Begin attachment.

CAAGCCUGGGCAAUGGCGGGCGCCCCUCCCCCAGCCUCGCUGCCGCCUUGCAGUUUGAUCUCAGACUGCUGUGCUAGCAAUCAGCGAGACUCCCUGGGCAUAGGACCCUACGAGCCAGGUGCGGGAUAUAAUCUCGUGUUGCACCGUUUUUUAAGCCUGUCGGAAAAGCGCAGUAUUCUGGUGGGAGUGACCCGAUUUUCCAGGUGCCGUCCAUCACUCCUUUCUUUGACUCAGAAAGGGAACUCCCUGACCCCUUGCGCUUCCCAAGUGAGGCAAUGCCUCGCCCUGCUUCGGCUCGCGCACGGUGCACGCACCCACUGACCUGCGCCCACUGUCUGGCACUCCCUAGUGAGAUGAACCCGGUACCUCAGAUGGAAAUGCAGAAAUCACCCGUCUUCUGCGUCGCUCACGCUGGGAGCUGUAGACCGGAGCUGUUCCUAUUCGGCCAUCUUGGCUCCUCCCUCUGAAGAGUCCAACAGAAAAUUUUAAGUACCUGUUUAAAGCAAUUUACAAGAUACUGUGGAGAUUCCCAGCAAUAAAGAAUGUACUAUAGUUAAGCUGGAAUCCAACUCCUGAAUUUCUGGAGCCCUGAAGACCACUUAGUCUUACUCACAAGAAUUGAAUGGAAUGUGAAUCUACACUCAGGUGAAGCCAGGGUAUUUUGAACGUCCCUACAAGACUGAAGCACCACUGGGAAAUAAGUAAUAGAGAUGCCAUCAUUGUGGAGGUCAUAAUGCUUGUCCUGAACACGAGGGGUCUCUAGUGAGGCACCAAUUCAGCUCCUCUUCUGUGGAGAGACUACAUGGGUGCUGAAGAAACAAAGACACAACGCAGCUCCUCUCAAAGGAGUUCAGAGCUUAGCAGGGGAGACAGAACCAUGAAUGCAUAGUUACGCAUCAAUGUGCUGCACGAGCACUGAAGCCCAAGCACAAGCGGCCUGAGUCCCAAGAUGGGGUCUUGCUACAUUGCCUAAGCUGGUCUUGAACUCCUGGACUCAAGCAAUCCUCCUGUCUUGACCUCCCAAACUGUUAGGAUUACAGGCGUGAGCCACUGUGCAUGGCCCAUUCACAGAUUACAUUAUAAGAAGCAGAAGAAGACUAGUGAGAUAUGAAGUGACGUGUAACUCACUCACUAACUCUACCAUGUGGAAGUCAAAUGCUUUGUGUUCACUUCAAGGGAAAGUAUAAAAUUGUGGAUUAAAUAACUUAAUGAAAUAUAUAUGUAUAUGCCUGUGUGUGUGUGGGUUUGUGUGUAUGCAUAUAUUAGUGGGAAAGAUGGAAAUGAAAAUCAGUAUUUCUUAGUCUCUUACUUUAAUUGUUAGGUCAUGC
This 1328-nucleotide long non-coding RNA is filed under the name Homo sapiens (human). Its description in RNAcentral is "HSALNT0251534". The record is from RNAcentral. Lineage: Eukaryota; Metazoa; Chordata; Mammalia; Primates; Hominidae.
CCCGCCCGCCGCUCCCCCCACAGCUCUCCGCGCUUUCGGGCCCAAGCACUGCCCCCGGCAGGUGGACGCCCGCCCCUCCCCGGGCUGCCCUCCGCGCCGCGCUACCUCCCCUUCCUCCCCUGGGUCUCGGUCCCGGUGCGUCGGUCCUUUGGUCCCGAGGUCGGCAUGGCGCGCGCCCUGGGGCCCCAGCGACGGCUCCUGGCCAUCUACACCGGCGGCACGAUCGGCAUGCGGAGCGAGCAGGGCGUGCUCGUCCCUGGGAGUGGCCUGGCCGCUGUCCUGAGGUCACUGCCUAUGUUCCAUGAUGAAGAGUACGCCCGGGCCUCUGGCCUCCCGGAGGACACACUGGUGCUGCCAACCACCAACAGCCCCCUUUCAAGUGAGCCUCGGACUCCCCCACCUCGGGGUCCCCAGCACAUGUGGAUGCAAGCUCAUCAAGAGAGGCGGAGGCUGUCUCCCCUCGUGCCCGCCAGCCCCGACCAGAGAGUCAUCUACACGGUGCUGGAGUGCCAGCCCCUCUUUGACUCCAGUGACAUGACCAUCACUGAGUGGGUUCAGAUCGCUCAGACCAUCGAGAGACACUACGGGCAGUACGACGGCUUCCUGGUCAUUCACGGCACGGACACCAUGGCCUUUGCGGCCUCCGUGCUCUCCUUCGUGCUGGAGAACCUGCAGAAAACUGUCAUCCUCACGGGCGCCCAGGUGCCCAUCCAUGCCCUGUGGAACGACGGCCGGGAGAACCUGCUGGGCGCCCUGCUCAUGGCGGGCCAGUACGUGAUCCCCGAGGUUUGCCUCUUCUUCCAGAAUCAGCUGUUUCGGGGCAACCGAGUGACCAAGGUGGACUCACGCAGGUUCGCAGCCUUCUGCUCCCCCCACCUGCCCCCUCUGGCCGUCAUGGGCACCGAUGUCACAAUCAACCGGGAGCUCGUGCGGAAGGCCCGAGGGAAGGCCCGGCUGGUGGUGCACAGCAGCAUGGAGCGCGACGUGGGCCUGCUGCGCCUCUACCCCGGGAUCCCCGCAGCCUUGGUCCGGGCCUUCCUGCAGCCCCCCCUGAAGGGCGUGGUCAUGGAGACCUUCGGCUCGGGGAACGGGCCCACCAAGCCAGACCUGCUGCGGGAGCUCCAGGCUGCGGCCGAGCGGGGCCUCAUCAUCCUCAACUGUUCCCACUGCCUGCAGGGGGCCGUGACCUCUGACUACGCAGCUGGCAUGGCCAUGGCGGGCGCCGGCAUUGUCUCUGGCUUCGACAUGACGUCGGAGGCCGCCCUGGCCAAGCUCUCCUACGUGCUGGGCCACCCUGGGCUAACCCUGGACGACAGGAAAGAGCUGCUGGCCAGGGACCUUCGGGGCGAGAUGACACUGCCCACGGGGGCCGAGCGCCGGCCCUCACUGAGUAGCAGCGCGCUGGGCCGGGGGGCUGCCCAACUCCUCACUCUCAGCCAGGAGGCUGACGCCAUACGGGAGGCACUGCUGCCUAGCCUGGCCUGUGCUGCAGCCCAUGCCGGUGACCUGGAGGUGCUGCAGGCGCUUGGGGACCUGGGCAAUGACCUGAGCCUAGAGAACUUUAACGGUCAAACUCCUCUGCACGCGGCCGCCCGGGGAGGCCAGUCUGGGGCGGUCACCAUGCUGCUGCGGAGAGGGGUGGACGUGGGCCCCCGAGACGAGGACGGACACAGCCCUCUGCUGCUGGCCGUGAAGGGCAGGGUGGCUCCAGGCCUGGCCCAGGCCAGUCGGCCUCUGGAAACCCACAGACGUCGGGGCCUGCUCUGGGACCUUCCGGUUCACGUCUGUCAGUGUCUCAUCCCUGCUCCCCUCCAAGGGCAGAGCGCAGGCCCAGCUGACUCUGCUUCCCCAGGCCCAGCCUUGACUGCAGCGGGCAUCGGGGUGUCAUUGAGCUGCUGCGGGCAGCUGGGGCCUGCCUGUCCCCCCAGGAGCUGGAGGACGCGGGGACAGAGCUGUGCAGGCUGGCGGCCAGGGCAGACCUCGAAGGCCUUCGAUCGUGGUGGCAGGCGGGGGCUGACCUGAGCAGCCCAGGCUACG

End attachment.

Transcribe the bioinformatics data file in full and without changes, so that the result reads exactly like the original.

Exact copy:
CAAGCCUGGGCAAUGGCGGGCGCCCCUCCCCCAGCCUCGCUGCCGCCUUGCAGUUUGAUCUCAGACUGCUGUGCUAGCAAUCAGCGAGACUCCCUGGGCAUAGGACCCUACGAGCCAGGUGCGGGAUAUAAUCUCGUGUUGCACCGUUUUUUAAGCCUGUCGGAAAAGCGCAGUAUUCUGGUGGGAGUGACCCGAUUUUCCAGGUGCCGUCCAUCACUCCUUUCUUUGACUCAGAAAGGGAACUCCCUGACCCCUUGCGCUUCCCAAGUGAGGCAAUGCCUCGCCCUGCUUCGGCUCGCGCACGGUGCACGCACCCACUGACCUGCGCCCACUGUCUGGCACUCCCUAGUGAGAUGAACCCGGUACCUCAGAUGGAAAUGCAGAAAUCACCCGUCUUCUGCGUCGCUCACGCUGGGAGCUGUAGACCGGAGCUGUUCCUAUUCGGCCAUCUUGGCUCCUCCCUCUGAAGAGUCCAACAGAAAAUUUUAAGUACCUGUUUAAAGCAAUUUACAAGAUACUGUGGAGAUUCCCAGCAAUAAAGAAUGUACUAUAGUUAAGCUGGAAUCCAACUCCUGAAUUUCUGGAGCCCUGAAGACCACUUAGUCUUACUCACAAGAAUUGAAUGGAAUGUGAAUCUACACUCAGGUGAAGCCAGGGUAUUUUGAACGUCCCUACAAGACUGAAGCACCACUGGGAAAUAAGUAAUAGAGAUGCCAUCAUUGUGGAGGUCAUAAUGCUUGUCCUGAACACGAGGGGUCUCUAGUGAGGCACCAAUUCAGCUCCUCUUCUGUGGAGAGACUACAUGGGUGCUGAAGAAACAAAGACACAACGCAGCUCCUCUCAAAGGAGUUCAGAGCUUAGCAGGGGAGACAGAACCAUGAAUGCAUAGUUACGCAUCAAUGUGCUGCACGAGCACUGAAGCCCAAGCACAAGCGGCCUGAGUCCCAAGAUGGGGUCUUGCUACAUUGCCUAAGCUGGUCUUGAACUCCUGGACUCAAGCAAUCCUCCUGUCUUGACCUCCCAAACUGUUAGGAUUACAGGCGUGAGCCACUGUGCAUGGCCCAUUCACAGAUUACAUUAUAAGAAGCAGAAGAAGACUAGUGAGAUAUGAAGUGACGUGUAACUCACUCACUAACUCUACCAUGUGGAAGUCAAAUGCUUUGUGUUCACUUCAAGGGAAAGUAUAAAAUUGUGGAUUAAAUAACUUAAUGAAAUAUAUAUGUAUAUGCCUGUGUGUGUGUGGGUUUGUGUGUAUGCAUAUAUUAGUGGGAAAGAUGGAAAUGAAAAUCAGUAUUUCUUAGUCUCUUACUUUAAUUGUUAGGUCAUGC
This 1328-nucleotide long non-coding RNA is filed under the name Homo sapiens (human). Its description in RNAcentral is "HSALNT0251534". The record is from RNAcentral. Lineage: Eukaryota; Metazoa; Chordata; Mammalia; Primates; Hominidae.
CCCGCCCGCCGCUCCCCCCACAGCUCUCCGCGCUUUCGGGCCCAAGCACUGCCCCCGGCAGGUGGACGCCCGCCCCUCCCCGGGCUGCCCUCCGCGCCGCGCUACCUCCCCUUCCUCCCCUGGGUCUCGGUCCCGGUGCGUCGGUCCUUUGGUCCCGAGGUCGGCAUGGCGCGCGCCCUGGGGCCCCAGCGACGGCUCCUGGCCAUCUACACCGGCGGCACGAUCGGCAUGCGGAGCGAGCAGGGCGUGCUCGUCCCUGGGAGUGGCCUGGCCGCUGUCCUGAGGUCACUGCCUAUGUUCCAUGAUGAAGAGUACGCCCGGGCCUCUGGCCUCCCGGAGGACACACUGGUGCUGCCAACCACCAACAGCCCCCUUUCAAGUGAGCCUCGGACUCCCCCACCUCGGGGUCCCCAGCACAUGUGGAUGCAAGCUCAUCAAGAGAGGCGGAGGCUGUCUCCCCUCGUGCCCGCCAGCCCCGACCAGAGAGUCAUCUACACGGUGCUGGAGUGCCAGCCCCUCUUUGACUCCAGUGACAUGACCAUCACUGAGUGGGUUCAGAUCGCUCAGACCAUCGAGAGACACUACGGGCAGUACGACGGCUUCCUGGUCAUUCACGGCACGGACACCAUGGCCUUUGCGGCCUCCGUGCUCUCCUUCGUGCUGGAGAACCUGCAGAAAACUGUCAUCCUCACGGGCGCCCAGGUGCCCAUCCAUGCCCUGUGGAACGACGGCCGGGAGAACCUGCUGGGCGCCCUGCUCAUGGCGGGCCAGUACGUGAUCCCCGAGGUUUGCCUCUUCUUCCAGAAUCAGCUGUUUCGGGGCAACCGAGUGACCAAGGUGGACUCACGCAGGUUCGCAGCCUUCUGCUCCCCCCACCUGCCCCCUCUGGCCGUCAUGGGCACCGAUGUCACAAUCAACCGGGAGCUCGUGCGGAAGGCCCGAGGGAAGGCCCGGCUGGUGGUGCACAGCAGCAUGGAGCGCGACGUGGGCCUGCUGCGCCUCUACCCCGGGAUCCCCGCAGCCUUGGUCCGGGCCUUCCUGCAGCCCCCCCUGAAGGGCGUGGUCAUGGAGACCUUCGGCUCGGGGAACGGGCCCACCAAGCCAGACCUGCUGCGGGAGCUCCAGGCUGCGGCCGAGCGGGGCCUCAUCAUCCUCAACUGUUCCCACUGCCUGCAGGGGGCCGUGACCUCUGACUACGCAGCUGGCAUGGCCAUGGCGGGCGCCGGCAUUGUCUCUGGCUUCGACAUGACGUCGGAGGCCGCCCUGGCCAAGCUCUCCUACGUGCUGGGCCACCCUGGGCUAACCCUGGACGACAGGAAAGAGCUGCUGGCCAGGGACCUUCGGGGCGAGAUGACACUGCCCACGGGGGCCGAGCGCCGGCCCUCACUGAGUAGCAGCGCGCUGGGCCGGGGGGCUGCCCAACUCCUCACUCUCAGCCAGGAGGCUGACGCCAUACGGGAGGCACUGCUGCCUAGCCUGGCCUGUGCUGCAGCCCAUGCCGGUGACCUGGAGGUGCUGCAGGCGCUUGGGGACCUGGGCAAUGACCUGAGCCUAGAGAACUUUAACGGUCAAACUCCUCUGCACGCGGCCGCCCGGGGAGGCCAGUCUGGGGCGGUCACCAUGCUGCUGCGGAGAGGGGUGGACGUGGGCCCCCGAGACGAGGACGGACACAGCCCUCUGCUGCUGGCCGUGAAGGGCAGGGUGGCUCCAGGCCUGGCCCAGGCCAGUCGGCCUCUGGAAACCCACAGACGUCGGGGCCUGCUCUGGGACCUUCCGGUUCACGUCUGUCAGUGUCUCAUCCCUGCUCCCCUCCAAGGGCAGAGCGCAGGCCCAGCUGACUCUGCUUCCCCAGGCCCAGCCUUGACUGCAGCGGGCAUCGGGGUGUCAUUGAGCUGCUGCGGGCAGCUGGGGCCUGCCUGUCCCCCCAGGAGCUGGAGGACGCGGGGACAGAGCUGUGCAGGCUGGCGGCCAGGGCAGACCUCGAAGGCCUUCGAUCGUGGUGGCAGGCGGGGGCUGACCUGAGCAGCCCAGGCUACG